At 30 years old and with eight years of NFL wear and tear on his knees and ankles, Mike Renfro is not supposed to be the Dallas Cowboys' deep receiving threat.

He's supposed to be the down-and-out, get-you-seven-yards type of receiver. Third and six? Look for Renfro at the sideline.

But every now and then, he will surprise everybody with a quick step and some speed, and Washington rookie cornerback Barry Wilburn became his latest victim tonight.

With Dallas leading by only 10-7 with time running out in the first half, Renfro put a move on Wilburn that caught the young cornerback flatfooted. Faking to the outside, Renfro drew Wilburn to the sideline, then raced past him with a clear shot at the end zone.

Danny White lofted the ball in Renfro's direction, and the result was a 55-yard touchdown play that put the Cowboys ahead, 17-7, with only six seconds left in the half and, more important, kept momentum in Dallas' corner.

"There's no question that was a very big play," acknowledged an excited White after Dallas' 44-14 victory. "Renfro just made a great move to the outside and got away from the defender. It was a big shot in the arm for us."

"I don't know how big it was," Renfro said. "All I know is that it was seven points more than we had before. We would have gone into the half ahead by a field goal but we went in ahead by 10. I'd say it had to help."

Renfro said the play was designed to be run against third-year cornerback Darrell Green, known for having great speed but a risky nature in his coverages.

"Everybody knows their secondary likes to take gambles," Renfro said. "We set that play up the entire half, and we couldn't have run it at a better time. He got (Wilburn) to bite on the fake and I was just able to scamper in. Usually on a play like that, the safety (Raphel Cherry) will provide deep help. But he never appeared in the play."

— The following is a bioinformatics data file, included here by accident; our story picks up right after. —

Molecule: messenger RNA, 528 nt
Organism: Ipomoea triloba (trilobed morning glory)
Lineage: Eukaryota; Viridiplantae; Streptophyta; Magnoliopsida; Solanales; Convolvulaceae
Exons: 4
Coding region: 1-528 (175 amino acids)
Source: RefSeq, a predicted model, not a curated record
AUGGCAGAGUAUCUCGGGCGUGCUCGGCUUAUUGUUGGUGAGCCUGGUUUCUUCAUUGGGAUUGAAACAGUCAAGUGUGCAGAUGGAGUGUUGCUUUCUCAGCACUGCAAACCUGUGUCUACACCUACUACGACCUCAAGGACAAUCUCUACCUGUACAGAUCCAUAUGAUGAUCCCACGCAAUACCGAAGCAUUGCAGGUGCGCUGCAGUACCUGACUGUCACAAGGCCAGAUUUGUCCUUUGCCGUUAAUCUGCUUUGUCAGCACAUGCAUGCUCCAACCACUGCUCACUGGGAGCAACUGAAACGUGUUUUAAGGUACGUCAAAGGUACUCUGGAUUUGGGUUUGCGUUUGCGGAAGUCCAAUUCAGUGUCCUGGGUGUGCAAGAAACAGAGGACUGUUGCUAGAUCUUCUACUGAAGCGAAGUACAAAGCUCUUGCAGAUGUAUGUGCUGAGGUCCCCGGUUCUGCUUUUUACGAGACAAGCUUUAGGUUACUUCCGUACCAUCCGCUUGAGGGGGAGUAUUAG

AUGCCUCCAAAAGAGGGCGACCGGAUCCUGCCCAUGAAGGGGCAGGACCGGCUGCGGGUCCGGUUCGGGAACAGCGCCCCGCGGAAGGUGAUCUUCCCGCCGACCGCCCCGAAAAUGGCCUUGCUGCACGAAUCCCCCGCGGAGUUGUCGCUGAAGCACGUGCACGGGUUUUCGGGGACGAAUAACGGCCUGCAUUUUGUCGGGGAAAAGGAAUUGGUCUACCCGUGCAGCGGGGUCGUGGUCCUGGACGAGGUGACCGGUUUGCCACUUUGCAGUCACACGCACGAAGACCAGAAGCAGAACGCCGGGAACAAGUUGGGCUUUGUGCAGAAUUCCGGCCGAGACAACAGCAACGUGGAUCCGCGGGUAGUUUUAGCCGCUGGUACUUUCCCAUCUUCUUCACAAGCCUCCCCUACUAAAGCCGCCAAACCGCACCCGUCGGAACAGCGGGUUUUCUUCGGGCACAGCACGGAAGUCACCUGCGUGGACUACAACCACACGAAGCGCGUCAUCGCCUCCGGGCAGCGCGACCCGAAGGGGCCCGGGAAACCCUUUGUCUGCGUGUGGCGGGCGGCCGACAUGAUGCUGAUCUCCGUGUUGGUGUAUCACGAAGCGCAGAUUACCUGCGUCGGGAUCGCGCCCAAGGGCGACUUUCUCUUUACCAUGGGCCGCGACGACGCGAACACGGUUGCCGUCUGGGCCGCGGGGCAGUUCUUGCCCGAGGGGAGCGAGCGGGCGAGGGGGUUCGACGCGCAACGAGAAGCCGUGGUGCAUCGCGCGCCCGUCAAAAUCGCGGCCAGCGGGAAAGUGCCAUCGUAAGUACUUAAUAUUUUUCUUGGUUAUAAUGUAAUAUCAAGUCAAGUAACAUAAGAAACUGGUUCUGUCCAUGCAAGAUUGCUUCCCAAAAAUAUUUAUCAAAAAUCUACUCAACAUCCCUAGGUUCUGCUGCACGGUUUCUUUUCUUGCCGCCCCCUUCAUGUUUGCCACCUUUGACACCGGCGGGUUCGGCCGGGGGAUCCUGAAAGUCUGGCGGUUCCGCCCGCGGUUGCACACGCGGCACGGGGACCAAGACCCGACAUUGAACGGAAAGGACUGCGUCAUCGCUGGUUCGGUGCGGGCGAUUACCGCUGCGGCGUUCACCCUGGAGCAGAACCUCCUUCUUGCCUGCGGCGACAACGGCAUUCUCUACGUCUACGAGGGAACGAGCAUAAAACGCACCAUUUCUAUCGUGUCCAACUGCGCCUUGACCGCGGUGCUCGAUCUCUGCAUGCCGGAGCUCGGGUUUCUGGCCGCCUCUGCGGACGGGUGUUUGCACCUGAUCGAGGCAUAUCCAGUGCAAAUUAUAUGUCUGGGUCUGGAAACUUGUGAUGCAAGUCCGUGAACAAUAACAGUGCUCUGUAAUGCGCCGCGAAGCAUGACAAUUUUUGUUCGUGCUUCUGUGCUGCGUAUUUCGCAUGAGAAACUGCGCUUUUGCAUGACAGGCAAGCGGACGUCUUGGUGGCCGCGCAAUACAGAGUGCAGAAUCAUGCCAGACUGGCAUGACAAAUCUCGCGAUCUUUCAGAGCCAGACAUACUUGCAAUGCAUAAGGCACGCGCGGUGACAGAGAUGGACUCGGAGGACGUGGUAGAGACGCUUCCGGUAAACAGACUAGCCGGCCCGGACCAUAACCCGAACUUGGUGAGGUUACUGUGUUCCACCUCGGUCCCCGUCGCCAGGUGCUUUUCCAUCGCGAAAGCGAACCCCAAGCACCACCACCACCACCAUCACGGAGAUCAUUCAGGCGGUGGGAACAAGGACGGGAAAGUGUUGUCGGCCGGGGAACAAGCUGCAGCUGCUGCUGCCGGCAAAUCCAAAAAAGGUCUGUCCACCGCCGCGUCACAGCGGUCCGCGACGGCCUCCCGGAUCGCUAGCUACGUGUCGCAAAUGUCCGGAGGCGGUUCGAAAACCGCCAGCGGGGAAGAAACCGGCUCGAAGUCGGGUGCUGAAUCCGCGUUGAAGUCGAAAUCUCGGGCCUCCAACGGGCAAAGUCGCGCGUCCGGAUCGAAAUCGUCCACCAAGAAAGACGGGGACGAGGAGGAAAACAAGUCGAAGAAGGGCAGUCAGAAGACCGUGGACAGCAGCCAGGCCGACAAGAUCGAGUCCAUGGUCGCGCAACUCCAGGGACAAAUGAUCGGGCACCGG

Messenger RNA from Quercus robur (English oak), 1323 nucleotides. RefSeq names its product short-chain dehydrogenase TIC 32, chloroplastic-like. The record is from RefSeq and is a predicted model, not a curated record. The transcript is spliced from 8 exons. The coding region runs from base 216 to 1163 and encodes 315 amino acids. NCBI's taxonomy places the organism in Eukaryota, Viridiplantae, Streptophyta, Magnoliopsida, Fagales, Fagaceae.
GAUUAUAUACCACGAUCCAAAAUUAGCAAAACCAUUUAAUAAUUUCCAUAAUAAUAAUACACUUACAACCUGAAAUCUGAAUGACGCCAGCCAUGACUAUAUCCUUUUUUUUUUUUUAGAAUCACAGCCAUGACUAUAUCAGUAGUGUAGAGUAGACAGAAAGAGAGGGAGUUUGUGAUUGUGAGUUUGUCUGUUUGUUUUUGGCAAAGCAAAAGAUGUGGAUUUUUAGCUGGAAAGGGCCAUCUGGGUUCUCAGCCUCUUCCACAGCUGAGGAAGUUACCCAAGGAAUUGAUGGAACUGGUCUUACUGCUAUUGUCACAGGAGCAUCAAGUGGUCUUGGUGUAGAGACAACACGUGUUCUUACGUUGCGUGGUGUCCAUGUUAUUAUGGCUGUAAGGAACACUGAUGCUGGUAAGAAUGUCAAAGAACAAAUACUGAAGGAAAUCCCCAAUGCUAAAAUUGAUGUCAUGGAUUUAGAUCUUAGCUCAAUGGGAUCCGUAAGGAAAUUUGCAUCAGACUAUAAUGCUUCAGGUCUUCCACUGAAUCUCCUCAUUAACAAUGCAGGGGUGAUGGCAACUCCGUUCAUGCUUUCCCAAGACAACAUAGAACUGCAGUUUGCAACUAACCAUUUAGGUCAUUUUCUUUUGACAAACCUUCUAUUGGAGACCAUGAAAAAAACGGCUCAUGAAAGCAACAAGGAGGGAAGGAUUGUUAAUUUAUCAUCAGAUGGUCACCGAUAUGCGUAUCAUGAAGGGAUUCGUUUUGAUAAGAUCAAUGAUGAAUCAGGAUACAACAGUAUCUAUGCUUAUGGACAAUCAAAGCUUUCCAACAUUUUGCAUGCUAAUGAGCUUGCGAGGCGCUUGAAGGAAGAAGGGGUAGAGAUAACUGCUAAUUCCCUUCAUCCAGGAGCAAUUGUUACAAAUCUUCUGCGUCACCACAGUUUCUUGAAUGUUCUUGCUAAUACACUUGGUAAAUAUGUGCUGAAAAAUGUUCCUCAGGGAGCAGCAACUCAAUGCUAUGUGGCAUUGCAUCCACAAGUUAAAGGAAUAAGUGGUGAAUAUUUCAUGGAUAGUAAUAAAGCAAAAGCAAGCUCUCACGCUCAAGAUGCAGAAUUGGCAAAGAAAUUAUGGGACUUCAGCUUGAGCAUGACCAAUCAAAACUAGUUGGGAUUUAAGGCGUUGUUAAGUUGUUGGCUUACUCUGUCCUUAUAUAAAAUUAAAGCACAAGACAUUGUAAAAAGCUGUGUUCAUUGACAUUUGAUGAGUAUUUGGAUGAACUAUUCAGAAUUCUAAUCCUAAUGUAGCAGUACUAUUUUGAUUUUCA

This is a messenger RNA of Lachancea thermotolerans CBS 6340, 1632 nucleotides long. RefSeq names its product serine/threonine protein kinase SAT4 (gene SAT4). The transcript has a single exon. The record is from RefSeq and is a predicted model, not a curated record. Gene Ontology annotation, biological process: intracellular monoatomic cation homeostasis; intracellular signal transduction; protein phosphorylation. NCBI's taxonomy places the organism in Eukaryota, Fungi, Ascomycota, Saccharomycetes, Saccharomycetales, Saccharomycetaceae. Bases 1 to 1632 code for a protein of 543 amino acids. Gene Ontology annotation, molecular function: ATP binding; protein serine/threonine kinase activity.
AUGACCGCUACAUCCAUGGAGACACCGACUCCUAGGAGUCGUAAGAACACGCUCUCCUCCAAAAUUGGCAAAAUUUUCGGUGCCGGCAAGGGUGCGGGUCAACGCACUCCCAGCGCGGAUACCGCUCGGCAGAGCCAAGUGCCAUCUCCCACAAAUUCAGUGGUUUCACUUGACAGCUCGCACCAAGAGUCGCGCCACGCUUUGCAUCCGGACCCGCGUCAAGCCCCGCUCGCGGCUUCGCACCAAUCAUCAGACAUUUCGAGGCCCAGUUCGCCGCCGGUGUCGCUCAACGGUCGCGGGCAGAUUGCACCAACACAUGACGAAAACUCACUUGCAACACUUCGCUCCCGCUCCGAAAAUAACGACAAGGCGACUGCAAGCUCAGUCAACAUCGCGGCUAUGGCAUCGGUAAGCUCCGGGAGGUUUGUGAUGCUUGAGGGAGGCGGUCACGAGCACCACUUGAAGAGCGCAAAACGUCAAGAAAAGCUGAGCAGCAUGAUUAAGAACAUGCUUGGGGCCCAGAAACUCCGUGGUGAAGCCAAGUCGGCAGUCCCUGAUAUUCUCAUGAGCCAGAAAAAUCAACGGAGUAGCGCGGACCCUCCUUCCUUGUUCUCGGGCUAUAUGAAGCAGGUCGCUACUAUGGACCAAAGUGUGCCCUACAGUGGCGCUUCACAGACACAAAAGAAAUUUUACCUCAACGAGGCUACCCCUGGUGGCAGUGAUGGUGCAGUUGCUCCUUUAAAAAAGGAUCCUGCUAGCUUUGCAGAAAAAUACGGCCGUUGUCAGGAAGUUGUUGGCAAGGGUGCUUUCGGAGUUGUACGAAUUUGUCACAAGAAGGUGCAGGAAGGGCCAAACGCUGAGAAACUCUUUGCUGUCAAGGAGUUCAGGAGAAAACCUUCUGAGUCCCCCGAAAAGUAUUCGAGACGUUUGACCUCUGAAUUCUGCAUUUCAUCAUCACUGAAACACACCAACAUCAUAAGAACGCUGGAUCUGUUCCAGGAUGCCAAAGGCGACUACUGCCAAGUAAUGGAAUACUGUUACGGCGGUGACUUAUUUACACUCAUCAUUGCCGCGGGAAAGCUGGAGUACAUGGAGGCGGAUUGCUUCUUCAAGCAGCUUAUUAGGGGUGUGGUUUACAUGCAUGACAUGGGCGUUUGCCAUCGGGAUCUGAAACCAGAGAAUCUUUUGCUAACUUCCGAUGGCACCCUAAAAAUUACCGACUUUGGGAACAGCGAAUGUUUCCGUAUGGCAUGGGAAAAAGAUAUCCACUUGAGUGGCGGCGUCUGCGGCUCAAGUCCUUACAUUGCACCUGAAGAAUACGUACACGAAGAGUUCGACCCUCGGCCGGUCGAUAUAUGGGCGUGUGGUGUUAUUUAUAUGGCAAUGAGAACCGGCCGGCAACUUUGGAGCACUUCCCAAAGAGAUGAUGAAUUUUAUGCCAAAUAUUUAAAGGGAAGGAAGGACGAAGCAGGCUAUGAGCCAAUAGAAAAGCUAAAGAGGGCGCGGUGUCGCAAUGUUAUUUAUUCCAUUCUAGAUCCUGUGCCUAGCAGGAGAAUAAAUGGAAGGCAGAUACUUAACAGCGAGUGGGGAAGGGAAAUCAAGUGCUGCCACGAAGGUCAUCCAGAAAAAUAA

"It was the biggest mistake I could have made, jumping out like that," Wilburn said. "It was due to his experience and my lack of experience. I should have seen it coming."

The reception was Renfro's fourth of the first half (for 80 yards), and the 10th completion in 18 attempts for White at the time. Although Renfro caught only one pass in the second half, he made it an important one.

Having watched Everson Walls get one of the Cowboys' six interceptions, the Cowboys set up shop at the Redskins' 44 on their second possession of the third quarter.

On first down, White again lofted the ball for Renfro, and he outjumped Green for the 19-yard gain at the Redskins' 25. Four plays later, Rafael Septien kicked a 39-yarder for a 20-7 Dallas lead and set the tempo for the second half.

"I can't tell you how important scoring that field goal was," White said. "We all remember last year, when we led (21-6) at halftime and blew it in the third quarter. We were determined not to let that happen again. By getting that field goal, we knew we were on our way."

Thanks to the performance of the defense, stealing six turnovers from the Redskins in the second half, the offense's job was basically done for the night.

But even so, said running back Tony Dorsett, the offense felt it had accomplished its goals.

"Everybody had this offense written off, so we had a lot to prove to people out there tonight," he said. "I couldn't believe the way Coach (Tom) Landry opened the offense up. If he keeps calling plays like that all season, I think we're in for some big times. We can't help but get better.

"We really wanted to rub this in a lot of people's faces. To many people, I'm sure this was a surprise. But this is just the first surprise. There's more of them to come."